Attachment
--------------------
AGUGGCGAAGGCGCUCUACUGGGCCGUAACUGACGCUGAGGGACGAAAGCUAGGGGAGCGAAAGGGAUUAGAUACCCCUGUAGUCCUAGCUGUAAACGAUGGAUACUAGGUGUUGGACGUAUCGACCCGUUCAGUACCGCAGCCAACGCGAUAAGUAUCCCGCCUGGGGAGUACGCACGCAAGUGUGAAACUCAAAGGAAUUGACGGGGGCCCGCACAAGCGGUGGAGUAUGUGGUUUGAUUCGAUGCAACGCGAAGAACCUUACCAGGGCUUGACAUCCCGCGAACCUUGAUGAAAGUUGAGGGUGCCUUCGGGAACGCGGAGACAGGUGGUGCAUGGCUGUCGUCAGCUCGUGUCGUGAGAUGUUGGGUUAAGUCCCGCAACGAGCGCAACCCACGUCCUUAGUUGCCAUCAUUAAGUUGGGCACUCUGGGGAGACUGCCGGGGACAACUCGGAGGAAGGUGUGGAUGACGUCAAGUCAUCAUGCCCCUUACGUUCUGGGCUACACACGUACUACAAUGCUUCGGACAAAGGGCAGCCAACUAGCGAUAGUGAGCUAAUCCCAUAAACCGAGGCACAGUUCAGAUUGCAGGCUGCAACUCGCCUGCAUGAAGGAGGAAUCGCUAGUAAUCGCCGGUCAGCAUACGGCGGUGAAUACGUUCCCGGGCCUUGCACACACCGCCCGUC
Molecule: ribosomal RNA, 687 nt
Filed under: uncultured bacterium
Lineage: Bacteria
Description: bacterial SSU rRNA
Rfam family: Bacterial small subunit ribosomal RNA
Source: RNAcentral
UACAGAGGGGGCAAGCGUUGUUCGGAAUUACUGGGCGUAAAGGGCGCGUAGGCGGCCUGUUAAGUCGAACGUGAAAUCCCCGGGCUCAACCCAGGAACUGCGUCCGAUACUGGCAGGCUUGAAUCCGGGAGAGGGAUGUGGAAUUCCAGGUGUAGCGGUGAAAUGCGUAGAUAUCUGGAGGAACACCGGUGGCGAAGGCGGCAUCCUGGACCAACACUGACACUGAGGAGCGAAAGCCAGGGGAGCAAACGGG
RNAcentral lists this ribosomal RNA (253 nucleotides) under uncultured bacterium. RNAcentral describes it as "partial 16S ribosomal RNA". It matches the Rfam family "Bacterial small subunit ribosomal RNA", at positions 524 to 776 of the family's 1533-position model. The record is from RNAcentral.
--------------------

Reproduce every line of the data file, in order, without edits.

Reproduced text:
AGUGGCGAAGGCGCUCUACUGGGCCGUAACUGACGCUGAGGGACGAAAGCUAGGGGAGCGAAAGGGAUUAGAUACCCCUGUAGUCCUAGCUGUAAACGAUGGAUACUAGGUGUUGGACGUAUCGACCCGUUCAGUACCGCAGCCAACGCGAUAAGUAUCCCGCCUGGGGAGUACGCACGCAAGUGUGAAACUCAAAGGAAUUGACGGGGGCCCGCACAAGCGGUGGAGUAUGUGGUUUGAUUCGAUGCAACGCGAAGAACCUUACCAGGGCUUGACAUCCCGCGAACCUUGAUGAAAGUUGAGGGUGCCUUCGGGAACGCGGAGACAGGUGGUGCAUGGCUGUCGUCAGCUCGUGUCGUGAGAUGUUGGGUUAAGUCCCGCAACGAGCGCAACCCACGUCCUUAGUUGCCAUCAUUAAGUUGGGCACUCUGGGGAGACUGCCGGGGACAACUCGGAGGAAGGUGUGGAUGACGUCAAGUCAUCAUGCCCCUUACGUUCUGGGCUACACACGUACUACAAUGCUUCGGACAAAGGGCAGCCAACUAGCGAUAGUGAGCUAAUCCCAUAAACCGAGGCACAGUUCAGAUUGCAGGCUGCAACUCGCCUGCAUGAAGGAGGAAUCGCUAGUAAUCGCCGGUCAGCAUACGGCGGUGAAUACGUUCCCGGGCCUUGCACACACCGCCCGUC
Molecule: ribosomal RNA, 687 nt
Filed under: uncultured bacterium
Lineage: Bacteria
Description: bacterial SSU rRNA
Rfam family: Bacterial small subunit ribosomal RNA
Source: RNAcentral
UACAGAGGGGGCAAGCGUUGUUCGGAAUUACUGGGCGUAAAGGGCGCGUAGGCGGCCUGUUAAGUCGAACGUGAAAUCCCCGGGCUCAACCCAGGAACUGCGUCCGAUACUGGCAGGCUUGAAUCCGGGAGAGGGAUGUGGAAUUCCAGGUGUAGCGGUGAAAUGCGUAGAUAUCUGGAGGAACACCGGUGGCGAAGGCGGCAUCCUGGACCAACACUGACACUGAGGAGCGAAAGCCAGGGGAGCAAACGGG
RNAcentral lists this ribosomal RNA (253 nucleotides) under uncultured bacterium. RNAcentral describes it as "partial 16S ribosomal RNA". It matches the Rfam family "Bacterial small subunit ribosomal RNA", at positions 524 to 776 of the family's 1533-position model. The record is from RNAcentral.